Other common issues will be too much transmission fluid in the transmission. This will cause some blow by especially if the vacuum modulator. Or there is a loose dipstick, clogged breather, improper dipstick marking, and water in the transmission.
Then there could be a problem with your air supply, leaking air lines and malfunctioning check valves, as well as a sticky pressure regulator, which could be caused by a faulty retarder.
When you experience abnormal shifting, it may take place at both high and low speeds or one or the other. In other words, you may not escape this problem even if you slow down and take your time getting to your destination.
When you face this problem at high speeds, the sources could be one of the following- malfunctioning governor valve, leaking vacuum hose, or broken mechanical actuator cable.
The repairs for these problems are fairly self-evident. Seal up any leaks you find, repair the governor valve, or replace the mechanical actuator cable. These repairs may be above your skill set to do so take your vehicle to the nearest approved Allison transmission specialist.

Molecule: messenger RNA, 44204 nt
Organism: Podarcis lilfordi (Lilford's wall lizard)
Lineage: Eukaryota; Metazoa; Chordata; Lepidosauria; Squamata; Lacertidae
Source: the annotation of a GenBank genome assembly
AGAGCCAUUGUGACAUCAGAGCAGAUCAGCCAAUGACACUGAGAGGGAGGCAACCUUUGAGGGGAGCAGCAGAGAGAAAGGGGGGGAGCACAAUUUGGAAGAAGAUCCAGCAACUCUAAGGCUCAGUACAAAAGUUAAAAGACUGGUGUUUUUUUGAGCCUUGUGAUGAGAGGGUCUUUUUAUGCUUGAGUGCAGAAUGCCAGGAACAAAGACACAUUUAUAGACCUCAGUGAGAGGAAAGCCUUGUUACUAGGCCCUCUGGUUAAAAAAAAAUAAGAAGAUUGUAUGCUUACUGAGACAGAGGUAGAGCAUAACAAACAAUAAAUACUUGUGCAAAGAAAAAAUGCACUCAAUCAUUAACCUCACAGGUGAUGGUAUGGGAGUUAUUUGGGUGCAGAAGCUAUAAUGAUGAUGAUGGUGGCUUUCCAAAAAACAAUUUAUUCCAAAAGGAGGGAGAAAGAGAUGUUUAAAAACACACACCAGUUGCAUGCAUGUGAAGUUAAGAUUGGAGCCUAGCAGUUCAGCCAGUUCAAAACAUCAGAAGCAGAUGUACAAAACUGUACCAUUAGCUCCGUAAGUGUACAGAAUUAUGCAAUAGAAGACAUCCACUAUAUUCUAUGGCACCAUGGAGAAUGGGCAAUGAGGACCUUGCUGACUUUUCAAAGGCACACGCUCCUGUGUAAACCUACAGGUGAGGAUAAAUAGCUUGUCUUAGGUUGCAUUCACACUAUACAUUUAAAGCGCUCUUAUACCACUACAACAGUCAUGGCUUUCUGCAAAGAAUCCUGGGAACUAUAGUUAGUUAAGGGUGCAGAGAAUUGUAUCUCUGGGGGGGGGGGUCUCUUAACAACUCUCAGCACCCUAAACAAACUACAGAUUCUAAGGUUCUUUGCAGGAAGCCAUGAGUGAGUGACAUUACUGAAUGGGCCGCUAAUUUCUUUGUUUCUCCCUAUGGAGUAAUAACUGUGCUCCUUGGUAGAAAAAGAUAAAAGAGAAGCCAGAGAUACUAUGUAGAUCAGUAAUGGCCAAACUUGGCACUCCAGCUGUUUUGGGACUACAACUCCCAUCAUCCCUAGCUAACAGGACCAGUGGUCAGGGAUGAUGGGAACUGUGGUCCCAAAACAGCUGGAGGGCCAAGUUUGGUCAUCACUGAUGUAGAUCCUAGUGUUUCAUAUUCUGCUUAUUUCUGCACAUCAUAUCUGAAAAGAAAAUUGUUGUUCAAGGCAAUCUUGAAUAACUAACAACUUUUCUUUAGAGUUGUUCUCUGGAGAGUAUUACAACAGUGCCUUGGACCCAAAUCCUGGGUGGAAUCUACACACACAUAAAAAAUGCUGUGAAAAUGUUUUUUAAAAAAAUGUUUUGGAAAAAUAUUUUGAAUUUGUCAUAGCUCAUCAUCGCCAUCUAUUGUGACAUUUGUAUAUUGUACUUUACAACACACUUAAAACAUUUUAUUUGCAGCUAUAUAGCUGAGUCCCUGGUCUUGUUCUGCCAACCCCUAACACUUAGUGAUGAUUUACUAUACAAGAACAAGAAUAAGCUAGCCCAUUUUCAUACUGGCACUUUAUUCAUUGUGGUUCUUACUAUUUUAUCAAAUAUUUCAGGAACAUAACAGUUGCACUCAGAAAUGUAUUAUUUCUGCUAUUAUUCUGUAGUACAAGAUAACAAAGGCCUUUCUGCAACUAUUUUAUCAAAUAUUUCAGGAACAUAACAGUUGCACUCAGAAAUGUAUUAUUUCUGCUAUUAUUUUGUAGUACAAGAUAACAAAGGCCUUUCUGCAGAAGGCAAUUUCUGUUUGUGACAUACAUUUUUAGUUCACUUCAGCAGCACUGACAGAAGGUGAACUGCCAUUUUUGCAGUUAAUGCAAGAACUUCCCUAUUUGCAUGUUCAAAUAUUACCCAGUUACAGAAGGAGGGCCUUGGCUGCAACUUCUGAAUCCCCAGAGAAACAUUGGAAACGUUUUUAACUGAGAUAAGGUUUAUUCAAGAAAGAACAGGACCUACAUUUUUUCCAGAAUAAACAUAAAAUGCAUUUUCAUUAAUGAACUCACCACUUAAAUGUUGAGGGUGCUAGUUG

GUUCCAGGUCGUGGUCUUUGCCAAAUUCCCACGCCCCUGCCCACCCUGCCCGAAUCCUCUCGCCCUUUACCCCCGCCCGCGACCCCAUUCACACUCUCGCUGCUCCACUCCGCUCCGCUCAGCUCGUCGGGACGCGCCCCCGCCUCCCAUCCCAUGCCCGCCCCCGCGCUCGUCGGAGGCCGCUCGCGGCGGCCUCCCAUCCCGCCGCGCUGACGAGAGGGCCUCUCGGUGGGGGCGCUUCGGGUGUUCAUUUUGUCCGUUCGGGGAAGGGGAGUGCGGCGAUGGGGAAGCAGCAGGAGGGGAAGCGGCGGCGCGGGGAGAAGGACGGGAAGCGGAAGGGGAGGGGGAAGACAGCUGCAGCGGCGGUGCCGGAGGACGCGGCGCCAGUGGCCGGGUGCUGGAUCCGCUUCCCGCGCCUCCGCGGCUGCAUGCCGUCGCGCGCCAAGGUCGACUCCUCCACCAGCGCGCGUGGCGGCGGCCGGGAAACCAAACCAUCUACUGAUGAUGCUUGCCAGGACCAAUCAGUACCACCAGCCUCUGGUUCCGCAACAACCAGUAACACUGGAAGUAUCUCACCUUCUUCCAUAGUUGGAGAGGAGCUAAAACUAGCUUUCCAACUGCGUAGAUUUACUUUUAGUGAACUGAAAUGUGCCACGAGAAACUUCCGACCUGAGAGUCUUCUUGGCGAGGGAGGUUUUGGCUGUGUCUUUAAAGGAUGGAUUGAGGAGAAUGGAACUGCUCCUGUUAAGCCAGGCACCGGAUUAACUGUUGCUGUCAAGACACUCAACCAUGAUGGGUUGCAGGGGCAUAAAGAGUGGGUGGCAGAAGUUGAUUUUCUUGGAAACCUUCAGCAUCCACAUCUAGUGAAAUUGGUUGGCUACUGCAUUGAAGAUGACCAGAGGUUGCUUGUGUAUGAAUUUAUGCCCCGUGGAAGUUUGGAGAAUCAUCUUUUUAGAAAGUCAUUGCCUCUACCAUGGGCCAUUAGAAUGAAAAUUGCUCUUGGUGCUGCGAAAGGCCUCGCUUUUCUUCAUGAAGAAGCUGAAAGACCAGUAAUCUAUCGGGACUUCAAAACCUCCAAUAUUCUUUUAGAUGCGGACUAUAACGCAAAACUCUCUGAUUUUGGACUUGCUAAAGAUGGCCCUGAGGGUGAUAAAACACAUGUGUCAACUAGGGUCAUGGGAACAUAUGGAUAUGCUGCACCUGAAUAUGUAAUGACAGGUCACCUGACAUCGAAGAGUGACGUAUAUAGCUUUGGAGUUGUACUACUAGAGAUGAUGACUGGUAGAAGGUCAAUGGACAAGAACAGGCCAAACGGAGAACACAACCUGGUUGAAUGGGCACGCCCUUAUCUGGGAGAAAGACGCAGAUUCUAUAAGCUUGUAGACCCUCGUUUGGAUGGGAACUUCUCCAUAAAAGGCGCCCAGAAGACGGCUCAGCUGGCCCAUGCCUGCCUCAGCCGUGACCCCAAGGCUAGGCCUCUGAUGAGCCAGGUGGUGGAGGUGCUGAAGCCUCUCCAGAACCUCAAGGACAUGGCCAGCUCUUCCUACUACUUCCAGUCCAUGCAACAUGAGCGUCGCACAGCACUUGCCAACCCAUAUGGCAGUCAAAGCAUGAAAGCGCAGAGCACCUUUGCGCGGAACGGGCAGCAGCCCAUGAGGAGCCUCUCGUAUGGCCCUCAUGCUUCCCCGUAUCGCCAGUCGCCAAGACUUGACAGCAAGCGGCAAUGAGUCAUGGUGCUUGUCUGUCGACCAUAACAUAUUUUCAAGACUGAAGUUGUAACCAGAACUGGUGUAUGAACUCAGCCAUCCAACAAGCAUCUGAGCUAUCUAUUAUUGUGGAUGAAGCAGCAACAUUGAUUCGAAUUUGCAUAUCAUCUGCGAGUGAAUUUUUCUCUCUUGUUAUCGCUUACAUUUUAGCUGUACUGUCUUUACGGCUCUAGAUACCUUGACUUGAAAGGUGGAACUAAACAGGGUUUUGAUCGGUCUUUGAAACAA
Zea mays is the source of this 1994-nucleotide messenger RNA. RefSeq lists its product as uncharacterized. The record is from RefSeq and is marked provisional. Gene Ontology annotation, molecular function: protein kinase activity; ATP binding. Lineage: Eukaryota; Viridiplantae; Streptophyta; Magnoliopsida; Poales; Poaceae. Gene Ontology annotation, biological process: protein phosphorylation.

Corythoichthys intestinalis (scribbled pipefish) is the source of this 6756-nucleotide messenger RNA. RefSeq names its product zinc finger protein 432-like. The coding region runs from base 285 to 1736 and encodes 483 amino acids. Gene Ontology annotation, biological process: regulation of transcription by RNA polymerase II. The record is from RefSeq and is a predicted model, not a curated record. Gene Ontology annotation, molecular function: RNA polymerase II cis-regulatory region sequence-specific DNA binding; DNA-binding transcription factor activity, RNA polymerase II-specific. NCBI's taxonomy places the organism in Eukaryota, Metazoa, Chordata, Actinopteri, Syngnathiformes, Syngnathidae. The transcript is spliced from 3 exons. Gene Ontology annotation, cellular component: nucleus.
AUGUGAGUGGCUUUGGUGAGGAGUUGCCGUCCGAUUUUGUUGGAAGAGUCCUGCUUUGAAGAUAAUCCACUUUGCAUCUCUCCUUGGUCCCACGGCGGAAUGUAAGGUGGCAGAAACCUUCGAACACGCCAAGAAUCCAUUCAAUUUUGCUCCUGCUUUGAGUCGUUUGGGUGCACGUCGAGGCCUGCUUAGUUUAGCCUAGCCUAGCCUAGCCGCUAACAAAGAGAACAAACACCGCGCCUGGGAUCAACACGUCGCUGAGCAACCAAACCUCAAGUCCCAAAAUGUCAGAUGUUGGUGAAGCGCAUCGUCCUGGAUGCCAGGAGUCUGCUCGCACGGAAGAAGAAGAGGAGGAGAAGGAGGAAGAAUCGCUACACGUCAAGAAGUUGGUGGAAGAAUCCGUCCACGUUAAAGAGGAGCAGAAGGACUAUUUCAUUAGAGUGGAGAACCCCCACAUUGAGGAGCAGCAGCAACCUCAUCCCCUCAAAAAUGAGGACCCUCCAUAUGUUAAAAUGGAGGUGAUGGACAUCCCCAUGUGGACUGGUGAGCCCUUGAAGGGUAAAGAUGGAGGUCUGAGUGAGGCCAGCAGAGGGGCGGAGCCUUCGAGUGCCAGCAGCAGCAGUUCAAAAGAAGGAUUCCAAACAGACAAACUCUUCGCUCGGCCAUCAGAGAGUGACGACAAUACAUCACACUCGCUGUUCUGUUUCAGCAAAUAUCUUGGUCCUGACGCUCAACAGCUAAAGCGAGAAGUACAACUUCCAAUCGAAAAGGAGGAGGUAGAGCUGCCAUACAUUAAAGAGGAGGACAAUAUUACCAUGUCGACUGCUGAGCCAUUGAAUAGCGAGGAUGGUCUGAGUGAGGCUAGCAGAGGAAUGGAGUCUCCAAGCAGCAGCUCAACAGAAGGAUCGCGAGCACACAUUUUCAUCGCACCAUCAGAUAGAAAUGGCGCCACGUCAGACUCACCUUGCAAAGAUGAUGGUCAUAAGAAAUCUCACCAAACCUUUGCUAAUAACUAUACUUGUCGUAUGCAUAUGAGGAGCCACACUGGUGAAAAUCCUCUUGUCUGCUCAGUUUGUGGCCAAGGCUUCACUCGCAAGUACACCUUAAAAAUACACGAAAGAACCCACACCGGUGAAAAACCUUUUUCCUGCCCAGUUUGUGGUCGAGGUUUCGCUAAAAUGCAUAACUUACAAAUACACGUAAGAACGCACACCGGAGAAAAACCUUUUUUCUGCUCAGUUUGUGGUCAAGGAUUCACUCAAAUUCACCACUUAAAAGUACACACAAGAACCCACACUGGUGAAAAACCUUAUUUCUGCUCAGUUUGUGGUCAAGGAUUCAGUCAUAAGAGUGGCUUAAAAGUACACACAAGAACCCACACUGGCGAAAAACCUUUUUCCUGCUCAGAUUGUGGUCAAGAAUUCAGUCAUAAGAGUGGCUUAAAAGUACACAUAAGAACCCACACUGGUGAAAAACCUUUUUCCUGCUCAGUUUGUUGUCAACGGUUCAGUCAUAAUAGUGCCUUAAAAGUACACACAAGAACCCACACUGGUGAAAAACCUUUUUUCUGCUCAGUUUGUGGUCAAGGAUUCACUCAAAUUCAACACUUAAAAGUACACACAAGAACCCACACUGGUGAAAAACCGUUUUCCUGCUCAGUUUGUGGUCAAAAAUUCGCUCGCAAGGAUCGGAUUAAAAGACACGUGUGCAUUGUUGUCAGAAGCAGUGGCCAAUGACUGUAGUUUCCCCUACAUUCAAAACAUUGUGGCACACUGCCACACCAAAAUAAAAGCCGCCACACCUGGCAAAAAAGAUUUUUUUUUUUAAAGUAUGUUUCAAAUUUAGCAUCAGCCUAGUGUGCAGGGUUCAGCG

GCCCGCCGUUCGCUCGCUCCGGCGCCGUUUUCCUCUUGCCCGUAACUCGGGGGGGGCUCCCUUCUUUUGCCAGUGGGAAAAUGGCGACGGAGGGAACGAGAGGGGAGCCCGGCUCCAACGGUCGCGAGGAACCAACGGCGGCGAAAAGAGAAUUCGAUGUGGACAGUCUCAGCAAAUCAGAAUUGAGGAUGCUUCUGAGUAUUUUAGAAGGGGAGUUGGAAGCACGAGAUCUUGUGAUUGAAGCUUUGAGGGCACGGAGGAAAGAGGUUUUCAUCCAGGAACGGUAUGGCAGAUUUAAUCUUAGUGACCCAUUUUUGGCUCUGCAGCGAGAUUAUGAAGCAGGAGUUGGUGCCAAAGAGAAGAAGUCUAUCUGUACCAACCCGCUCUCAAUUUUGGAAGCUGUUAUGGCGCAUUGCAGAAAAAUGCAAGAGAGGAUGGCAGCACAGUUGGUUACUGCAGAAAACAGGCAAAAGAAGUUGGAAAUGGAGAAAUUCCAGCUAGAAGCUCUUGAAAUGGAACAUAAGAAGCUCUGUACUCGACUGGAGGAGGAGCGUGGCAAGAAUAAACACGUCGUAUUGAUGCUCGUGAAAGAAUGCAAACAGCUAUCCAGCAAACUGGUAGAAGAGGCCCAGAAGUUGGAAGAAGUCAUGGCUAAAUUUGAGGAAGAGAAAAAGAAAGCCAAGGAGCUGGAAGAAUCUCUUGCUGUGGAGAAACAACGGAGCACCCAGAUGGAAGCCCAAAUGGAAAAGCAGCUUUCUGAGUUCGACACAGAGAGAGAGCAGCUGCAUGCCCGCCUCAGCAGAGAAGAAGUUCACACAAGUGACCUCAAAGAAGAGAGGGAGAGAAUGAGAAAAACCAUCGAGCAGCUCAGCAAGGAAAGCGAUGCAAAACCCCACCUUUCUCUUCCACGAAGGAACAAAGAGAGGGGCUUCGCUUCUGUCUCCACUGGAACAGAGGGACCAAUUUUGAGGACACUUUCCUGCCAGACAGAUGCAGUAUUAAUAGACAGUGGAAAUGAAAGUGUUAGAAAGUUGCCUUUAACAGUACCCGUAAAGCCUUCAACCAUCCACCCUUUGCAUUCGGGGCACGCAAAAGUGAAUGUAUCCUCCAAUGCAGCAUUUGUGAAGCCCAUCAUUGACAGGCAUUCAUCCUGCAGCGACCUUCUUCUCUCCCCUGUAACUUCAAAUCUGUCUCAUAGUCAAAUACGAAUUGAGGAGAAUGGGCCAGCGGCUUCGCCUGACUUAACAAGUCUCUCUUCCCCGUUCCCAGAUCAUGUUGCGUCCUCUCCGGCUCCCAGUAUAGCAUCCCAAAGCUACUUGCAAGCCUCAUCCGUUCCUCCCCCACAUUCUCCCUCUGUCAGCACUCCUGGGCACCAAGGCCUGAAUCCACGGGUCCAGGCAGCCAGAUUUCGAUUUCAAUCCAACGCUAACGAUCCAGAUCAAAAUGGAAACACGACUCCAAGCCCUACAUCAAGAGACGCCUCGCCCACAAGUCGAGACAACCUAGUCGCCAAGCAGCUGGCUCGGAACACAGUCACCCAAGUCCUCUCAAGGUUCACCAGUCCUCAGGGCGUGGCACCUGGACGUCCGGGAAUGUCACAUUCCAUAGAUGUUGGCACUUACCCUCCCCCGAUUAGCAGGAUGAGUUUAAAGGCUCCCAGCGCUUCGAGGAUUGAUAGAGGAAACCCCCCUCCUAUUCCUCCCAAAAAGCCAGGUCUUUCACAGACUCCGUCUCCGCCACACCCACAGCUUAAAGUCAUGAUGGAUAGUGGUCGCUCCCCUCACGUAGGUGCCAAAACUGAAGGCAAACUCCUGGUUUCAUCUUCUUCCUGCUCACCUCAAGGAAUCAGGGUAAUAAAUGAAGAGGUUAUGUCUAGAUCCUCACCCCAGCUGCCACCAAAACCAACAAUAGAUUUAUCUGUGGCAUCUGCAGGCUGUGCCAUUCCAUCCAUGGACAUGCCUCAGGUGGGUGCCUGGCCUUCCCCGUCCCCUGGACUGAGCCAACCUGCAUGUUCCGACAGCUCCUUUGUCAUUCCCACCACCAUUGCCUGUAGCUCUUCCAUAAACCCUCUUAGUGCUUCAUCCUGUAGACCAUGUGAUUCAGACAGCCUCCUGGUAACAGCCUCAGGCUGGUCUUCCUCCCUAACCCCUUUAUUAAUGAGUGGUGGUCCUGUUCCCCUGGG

The same words can apply to abnormal shifting at low speeds. The sources for this problem, when you are not going that fast, are- loose valve spring adjustment, stuck modulator valve, leaking oil, defective real oil seal, spoiled input charging pump, or cracked converter assembly weld.
To diagnose these issues, you may need special equipment and a lot of experience working on transmissions. Finding the right parts may be a bit difficult especially if you are stuck in more rural areas of the country.
If you want some troubleshooting advice and tips, read our article Allison Transmission shift selector problems.
The following was taken from this link. It is a post that lists some of the possible fault codes and their explanations. You may see these if you hook up a code reader. We will just list the codes and their definitions. The explanations are quite lengthy so you will have to go to that link to read them.
2511- Output speed sensor, detected 0 output rpm 1st gear
3233- C3 pressure switch open, 3rd range
5412- oncoming ratio test (after the shift) 1 to 2
5432- oncoming ratio test (after the shift) 2 to 3
5445- oncoming ratio test (after the shift) 4 to 5
5587- oncoming C3PS test (after shift) N1 to R
5611- Range verification test, 1st N1 to R
5622- Range verification test, 2nd
5655- Range verification test, 5th
You may see other codes as well. This is why you will need the help of an experienced Allison transmission repairman. Some of these codes demand a lot of work and may be difficult to find the faulty parts. Plus, they may need specially designed tools to remove and install them.